Solving Challenges Teachers Face Now
Reviewed by Linda Biondi
Issues in education are in the forefront every day and are huge topics of discussion in the news and within the public sector, especially with the challenges that schools have had to face because of Covid.
Parents are worried that their children are falling behind. School districts are facing budget cuts and potential labor shortages. Teachers are trying their best to meet the needs of all their students but are also facing teacher burnout.
Education Write Now Volume III is desperately needed by teachers and administrators.
10 educators look at today’s challenges
Teaching any time is difficult, and the challenges you face daily with students, colleagues, families and administration sometimes feel overwhelming. Education Write Now helps to relieve some of that anxiety and offers solutions that the reader can immediately apply.
What is great about the book is that readers quickly realize – as they listen to the voices of nearly a dozen fellow educators – that they are not alone in experiencing challenges like promoting positive student behavior or sustaining our joy while teaching.
The book is divided into three important sections: Personal Challenges as a Teacher,; Challenges in Your Classroom; and Challenges in Your School. Each author in this anthology shares experiences with such relatable transparency that you wonder whether they are mind readers.
As I read each chapter, I knew that these authors were writing from their heart. They still “live in the trenches” of education and want to share their experiences to best meet the needs of our students.
Each topic presented in the book is valuable and affirming. The authors help the reader meet challenges such as:
- Lynell Powell on ways to sustain joy
- Rachelle Dene Poth on how to break free from isolation
- Jennifer Casa-Todd on broadening our definition of literacy
- Josh Stumpenhorst on making libraries relevant
- David Geurin on developing perseverance in children
- Jeffrey Zoul on how to promote positive student behavior
- Sanee Bell on connecting with students of color
- Ross Cooper on elevating instructional supervision
- Katie Martin on powering up professional learning
- Danny Steele on maintaining staff morale
No one would disagree with the statement that we need to provide high quality education for our children, and I am sure that many would agree that there are challenges in reaching that lofty goal. What resonates throughout each chapter of Education Write Now is how each writer speaks not just from the heart, not just from experience, but also from their own efforts to improve their teaching practices.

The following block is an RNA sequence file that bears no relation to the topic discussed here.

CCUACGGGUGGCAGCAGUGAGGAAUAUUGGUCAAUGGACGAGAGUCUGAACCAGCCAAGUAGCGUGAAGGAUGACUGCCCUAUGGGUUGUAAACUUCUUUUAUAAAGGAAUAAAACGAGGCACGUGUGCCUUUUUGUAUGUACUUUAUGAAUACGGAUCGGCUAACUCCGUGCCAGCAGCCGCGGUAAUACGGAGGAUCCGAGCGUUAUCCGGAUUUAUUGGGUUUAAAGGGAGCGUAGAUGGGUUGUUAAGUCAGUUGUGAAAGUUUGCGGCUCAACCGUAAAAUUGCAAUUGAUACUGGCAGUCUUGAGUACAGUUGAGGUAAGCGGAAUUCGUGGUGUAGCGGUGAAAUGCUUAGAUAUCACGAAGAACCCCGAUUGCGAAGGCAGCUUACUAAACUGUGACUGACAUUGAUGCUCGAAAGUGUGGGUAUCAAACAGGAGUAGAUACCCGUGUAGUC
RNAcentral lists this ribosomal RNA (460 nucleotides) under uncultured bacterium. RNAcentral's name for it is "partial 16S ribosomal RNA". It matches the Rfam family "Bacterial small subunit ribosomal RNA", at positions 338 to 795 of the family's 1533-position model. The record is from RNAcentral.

For example: Josh Stumpenhorst’s chapter introduces ideas about how to make the school library a relevant and inviting place for students. Libraries have evolved from shelves of books neatly arranged alphabetically to a place for students to build and create such as in a Makerspace. He had great ideas for librarians to become more involved in the school environment and to connect with students and teachers.
I like the progression of the sections of the book. The first chapter focuses on Sustaining Joy, how to find joy each day in spite of the obstacles that might impede our way. The author shared her own stories and gave practical advice on how to recognize when you need that bit of renewal and how to take time to re-adjust, restart or refocus.
The middle section helped guide the educator through trials and tribulations such as developing perseverance in children and promoting positive behavior.
The final section focused on meeting challenges in the school community such as elevating instructional leadership, helping teachers to shift their PD experiences from being merely compliant to becoming empowered and taking charge of their professional learning as they create collaborative communities.
Although the final section may appear to be centered on administrators, the power to make the changes comes from the broader school community of adult learners. Once we realize that we are in it together, we will welcome and celebrate change.
A valuable resource for all educators
The encouragement found in Education Write Now Volume III: Solutions to Common Challenges in Your School or Classroom is needed in this pandemic year. The stress levels of our school communities are prompting some educators to look for other careers.
This book provides useful strategies for the reader to begin to use to help start the movement toward a less stressful academic environment. The chapters are easy to read, practical to follow, and a valuable resource for all educators. It’s an absolute must read for all educators, speaking not only to the mind but also the heart.
After teaching fourth and fifth graders for 41 years, Linda Biondi is supervising preservice and student teachers at The College of New Jersey and Rider University. She has co-facilitated summer writing institutes in conjunction with the National Writing Project and volunteers for two service organizations: Homefront and Dress for Success of Central New Jersey – with missions to end homelessness and empower women to achieve through economic independence.